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This article was first published 12 years ago

Vote! Your Fav Spielberg Film

Last updated on: November 10, 2011 16:39 IST

Image: A scene from Catch Me If You Can
Raja Sen in Mumbai
This Friday, India sees the release of Steven Spielberg's latest, a motion-capture version of The Adventures Of Tintin. The 64-year-old filmmaker has waited a long time to bring Tintin to the screen, and while we wait to see what he's done to Herge's great hero, here's a look at Spielberg at his most heroic.

Here, then, is my list of the ten finest Steven Spielberg movies.

10. Catch Me If You Can

One of Spielberg's breeziest, this astonishing true story about a master con-artist folds out like a cat-and-mouse tale that unashamedly uses all the classic storytelling tropes. Spielberg, embracing the lightness of his subject over all possible dark subtext, makes a sparkling, jazzy, genuinely humorous film, one that showcases Leonardo DiCaprio's charisma like few films previously had.

9. Duel

Image: Poster of Duel
A red car. A highway. And a trucker who appears to be seeing red. Duel, Spielberg's first film -- to this day a go-to movie for young filmmakers studying the thriller -- is a tremendous achievement of economy and storytelling.

With only about enough meat in the story to justify a short, Steven nevertheless turns out an edge-of-the-seat feature that grips you from the word go. Stunning, really.

8. Minority Report

Image: A scene from Minority Report
The magic lay in the detailing. Spielberg took on this Philip K Dick story -- about a 'PreCrime' officer in 2054 being framed by a system considered infallible -- and managed not just to keep the central theme about free will in focus, but also make a pacy, dizzyingly sharp thriller that never slowed down.

The film's dark look of an apocalyptic noir was a truly original take, and more than balanced by its rollicking pace. 

7. Close Encounters Of The Third Kind

Image: A scene from Close Encounters Of The Third Kind
Beautiful but awful light, just like fire coming through the doorway. He's very small, and it's a very large door, and there's a lot of promise or danger outside that door."

Spielberg picked out the image of the young Barry in Close Encounters as the defining shot of his career, and not just does it emphasise everything we love most about the director's movies -- imagination, awe, spectacle, innocence -- but also sums up his outlook as he with a simple 'or', bridges the tremendous gulf between promise and danger.

6. Saving Private Ryan

Image: A scene from Saving Private Ryan
Set around the Normandy Invasion in World War II, this film is most remembered for its relentlessly brutal opening sequence, an on-screen slaughter that looked as real as a snuff film and as merciless as a nightmare.

The film, a rather fascinating ensemble piece, was historically dodgy and decidedly American in tone, but it is an undeniably overwhelming cinematic experience, a true must-see.

5. Raiders Of The Lost Ark

Image: A scene from Raiders Of The Lost Ark
The tuppenny novel never had a funner hero than Indy. Spielberg's Indiana Jones films provide a masterclass in adventure filmmaking, ha-ha funny with a breakneck narrative, high stakes situations, exotic backdrops and a hero with enough style to rank alongside the best of them.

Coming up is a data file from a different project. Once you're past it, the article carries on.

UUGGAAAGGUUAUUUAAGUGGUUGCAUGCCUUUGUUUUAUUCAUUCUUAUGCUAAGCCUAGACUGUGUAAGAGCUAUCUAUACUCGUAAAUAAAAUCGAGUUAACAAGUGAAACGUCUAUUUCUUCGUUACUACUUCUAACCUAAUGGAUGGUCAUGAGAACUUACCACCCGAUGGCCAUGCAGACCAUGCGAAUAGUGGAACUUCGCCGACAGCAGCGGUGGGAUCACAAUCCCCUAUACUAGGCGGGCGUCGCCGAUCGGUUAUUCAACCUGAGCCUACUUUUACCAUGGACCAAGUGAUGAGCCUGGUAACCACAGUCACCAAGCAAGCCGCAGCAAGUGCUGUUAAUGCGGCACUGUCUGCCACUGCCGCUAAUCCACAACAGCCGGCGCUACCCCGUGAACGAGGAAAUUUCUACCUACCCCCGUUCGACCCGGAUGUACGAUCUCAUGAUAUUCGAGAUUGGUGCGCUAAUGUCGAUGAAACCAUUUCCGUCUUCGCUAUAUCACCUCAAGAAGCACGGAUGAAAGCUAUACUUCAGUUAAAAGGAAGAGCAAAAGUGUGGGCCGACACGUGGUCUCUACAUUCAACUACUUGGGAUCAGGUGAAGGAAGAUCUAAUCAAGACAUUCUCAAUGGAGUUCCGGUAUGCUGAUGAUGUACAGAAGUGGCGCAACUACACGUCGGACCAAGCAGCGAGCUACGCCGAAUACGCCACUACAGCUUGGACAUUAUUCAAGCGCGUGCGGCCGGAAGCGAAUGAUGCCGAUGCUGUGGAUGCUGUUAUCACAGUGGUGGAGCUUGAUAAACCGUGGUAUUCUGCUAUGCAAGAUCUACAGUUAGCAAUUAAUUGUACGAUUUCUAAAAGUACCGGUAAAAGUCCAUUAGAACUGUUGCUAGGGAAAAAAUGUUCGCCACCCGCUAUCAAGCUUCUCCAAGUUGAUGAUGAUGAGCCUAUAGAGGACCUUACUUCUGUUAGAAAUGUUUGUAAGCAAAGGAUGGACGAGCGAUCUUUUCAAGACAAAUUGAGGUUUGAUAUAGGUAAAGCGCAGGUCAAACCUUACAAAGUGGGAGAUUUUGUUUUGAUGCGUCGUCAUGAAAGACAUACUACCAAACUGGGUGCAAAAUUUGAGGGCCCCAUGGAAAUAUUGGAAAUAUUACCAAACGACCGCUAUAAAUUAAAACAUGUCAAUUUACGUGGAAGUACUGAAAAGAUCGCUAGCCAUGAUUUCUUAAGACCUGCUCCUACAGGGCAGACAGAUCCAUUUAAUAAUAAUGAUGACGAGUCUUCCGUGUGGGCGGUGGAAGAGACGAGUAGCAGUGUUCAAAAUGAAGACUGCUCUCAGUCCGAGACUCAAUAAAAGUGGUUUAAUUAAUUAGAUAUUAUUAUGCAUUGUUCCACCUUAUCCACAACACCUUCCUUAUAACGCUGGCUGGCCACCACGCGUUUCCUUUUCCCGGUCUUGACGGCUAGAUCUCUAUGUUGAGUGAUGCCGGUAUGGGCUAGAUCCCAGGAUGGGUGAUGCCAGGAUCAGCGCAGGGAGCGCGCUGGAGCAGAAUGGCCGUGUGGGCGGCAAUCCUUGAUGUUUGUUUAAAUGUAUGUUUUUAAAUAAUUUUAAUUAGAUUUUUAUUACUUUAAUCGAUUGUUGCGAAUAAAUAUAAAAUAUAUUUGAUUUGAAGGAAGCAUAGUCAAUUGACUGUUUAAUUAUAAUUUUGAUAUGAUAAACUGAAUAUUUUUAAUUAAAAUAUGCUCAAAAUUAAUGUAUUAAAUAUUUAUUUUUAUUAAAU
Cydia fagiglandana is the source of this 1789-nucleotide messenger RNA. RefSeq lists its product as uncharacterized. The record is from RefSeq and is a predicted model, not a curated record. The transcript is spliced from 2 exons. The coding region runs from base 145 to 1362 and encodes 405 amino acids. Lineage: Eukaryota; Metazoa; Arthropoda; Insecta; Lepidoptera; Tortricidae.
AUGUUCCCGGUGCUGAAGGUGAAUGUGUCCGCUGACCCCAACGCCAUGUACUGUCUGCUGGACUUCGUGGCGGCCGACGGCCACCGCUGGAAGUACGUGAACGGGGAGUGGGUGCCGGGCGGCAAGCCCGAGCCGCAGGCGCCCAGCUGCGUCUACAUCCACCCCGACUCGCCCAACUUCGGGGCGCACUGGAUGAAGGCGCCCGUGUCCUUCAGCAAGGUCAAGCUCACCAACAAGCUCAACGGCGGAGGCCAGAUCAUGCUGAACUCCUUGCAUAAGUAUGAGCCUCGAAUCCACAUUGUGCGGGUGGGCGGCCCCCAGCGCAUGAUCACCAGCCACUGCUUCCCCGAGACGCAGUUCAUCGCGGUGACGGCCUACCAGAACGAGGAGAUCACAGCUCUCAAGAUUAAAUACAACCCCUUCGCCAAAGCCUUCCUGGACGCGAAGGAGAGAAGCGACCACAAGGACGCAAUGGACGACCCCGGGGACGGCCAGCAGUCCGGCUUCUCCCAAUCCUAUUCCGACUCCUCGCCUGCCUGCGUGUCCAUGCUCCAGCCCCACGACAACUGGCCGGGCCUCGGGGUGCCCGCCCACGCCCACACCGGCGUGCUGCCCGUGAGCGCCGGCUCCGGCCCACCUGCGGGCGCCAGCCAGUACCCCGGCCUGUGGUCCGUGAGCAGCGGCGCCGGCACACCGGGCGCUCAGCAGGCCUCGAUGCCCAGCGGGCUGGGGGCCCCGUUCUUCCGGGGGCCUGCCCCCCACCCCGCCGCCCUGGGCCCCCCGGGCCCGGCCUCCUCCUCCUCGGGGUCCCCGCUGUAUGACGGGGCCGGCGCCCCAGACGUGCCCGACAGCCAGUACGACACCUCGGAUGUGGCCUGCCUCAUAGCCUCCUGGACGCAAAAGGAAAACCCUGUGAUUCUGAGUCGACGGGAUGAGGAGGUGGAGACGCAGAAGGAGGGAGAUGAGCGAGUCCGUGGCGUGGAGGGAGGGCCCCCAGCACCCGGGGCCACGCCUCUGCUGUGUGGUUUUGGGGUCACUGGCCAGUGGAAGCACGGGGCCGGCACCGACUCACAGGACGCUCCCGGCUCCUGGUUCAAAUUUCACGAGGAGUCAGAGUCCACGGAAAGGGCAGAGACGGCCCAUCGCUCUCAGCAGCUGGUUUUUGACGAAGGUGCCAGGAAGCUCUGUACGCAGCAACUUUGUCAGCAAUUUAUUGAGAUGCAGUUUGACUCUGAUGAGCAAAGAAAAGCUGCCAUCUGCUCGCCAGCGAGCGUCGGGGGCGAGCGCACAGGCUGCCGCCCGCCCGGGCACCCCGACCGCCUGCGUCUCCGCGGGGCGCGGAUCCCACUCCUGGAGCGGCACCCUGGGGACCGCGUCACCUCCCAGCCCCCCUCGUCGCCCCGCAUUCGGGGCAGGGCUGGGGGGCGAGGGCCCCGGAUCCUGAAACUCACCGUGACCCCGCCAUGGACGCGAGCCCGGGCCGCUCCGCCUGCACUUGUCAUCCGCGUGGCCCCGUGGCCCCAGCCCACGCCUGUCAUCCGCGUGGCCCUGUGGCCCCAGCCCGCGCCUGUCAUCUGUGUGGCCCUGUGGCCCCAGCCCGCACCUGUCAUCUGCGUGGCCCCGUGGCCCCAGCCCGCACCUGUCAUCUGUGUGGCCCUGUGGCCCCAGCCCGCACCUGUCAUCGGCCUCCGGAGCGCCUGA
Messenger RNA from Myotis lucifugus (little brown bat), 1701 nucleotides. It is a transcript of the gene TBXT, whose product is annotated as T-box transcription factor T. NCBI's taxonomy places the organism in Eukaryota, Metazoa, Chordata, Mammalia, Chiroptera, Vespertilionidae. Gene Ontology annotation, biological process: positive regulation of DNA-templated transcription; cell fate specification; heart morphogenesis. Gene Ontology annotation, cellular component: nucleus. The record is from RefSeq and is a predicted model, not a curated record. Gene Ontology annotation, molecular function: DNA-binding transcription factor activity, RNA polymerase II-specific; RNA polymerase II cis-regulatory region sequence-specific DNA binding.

This first of the films was decidedly the finest, and showed off Steven's ability to bring out the 10-year-old inside us all.

4. Jurassic Park

Image: A scene from Jurassic Park

He made us believe. In a T-Rex. Turning a terrific Michael Crichton page-turner into a thrillride was never going to be the big challenge, but what Spielberg did in the early 90s with animatronic majesty, the way he created dinosaurs that stormed around our screens, was the true awesome magic of this film.

Jurassic Park moved the special effects goalposts and made the world's collective jaw drop. It was a spectacular and irresistible triumph of the imagination.

3. Schindler's List

Image: A scene from Schindler's List
Perhaps his most critically acclaimed film, this was the sensitive but consistently compelling Holocaust film that finally, belatedly won Spielberg his Oscar gold.

A beautiful yet edgy black and white picture -- with just a singular coat of red -- this told us the story of Oskar Schindler (Liam Neeson), a German businessman who employed thousands of Jewish refugees to save them from Nazi incarceration. A hauntingly effective film, this.

2. Jaws

Image: A scene from Jaws
The words 'hauntingly effective,' however, apply to few films as emphatically as they do to this picture, Spielberg's best.

The special effects industry hadn't caught up with Spielberg's vision yet, but that wasn't about to stop the director from making a film so chilling -- while also being so incisively funny -- that it made us afraid of water itself.

The narrative is crackling, the tension is nervously taut, and the film's finest scenes don't feature the shark at all.

1. E.T. The Extra Terrestrial

Image: A scene from E.T. The Extra Terrestrial
When we use the words 'movie magic,' we essentially mean something that makes us feel a little bit like ET did. Spielberg's most intimately personal effort, this evocative, surprising and heartwarming film -- one of the best of the eighties -- that just happened to feature an unforgettable alien.

There have been many readings of ET over the years, scholars even finding Biblical allegory, but all that truly matters about this glorious film is how it makes you feel. Amazing.

Vote! Your Fav Spielberg Film

So what are you waiting for? Vote now!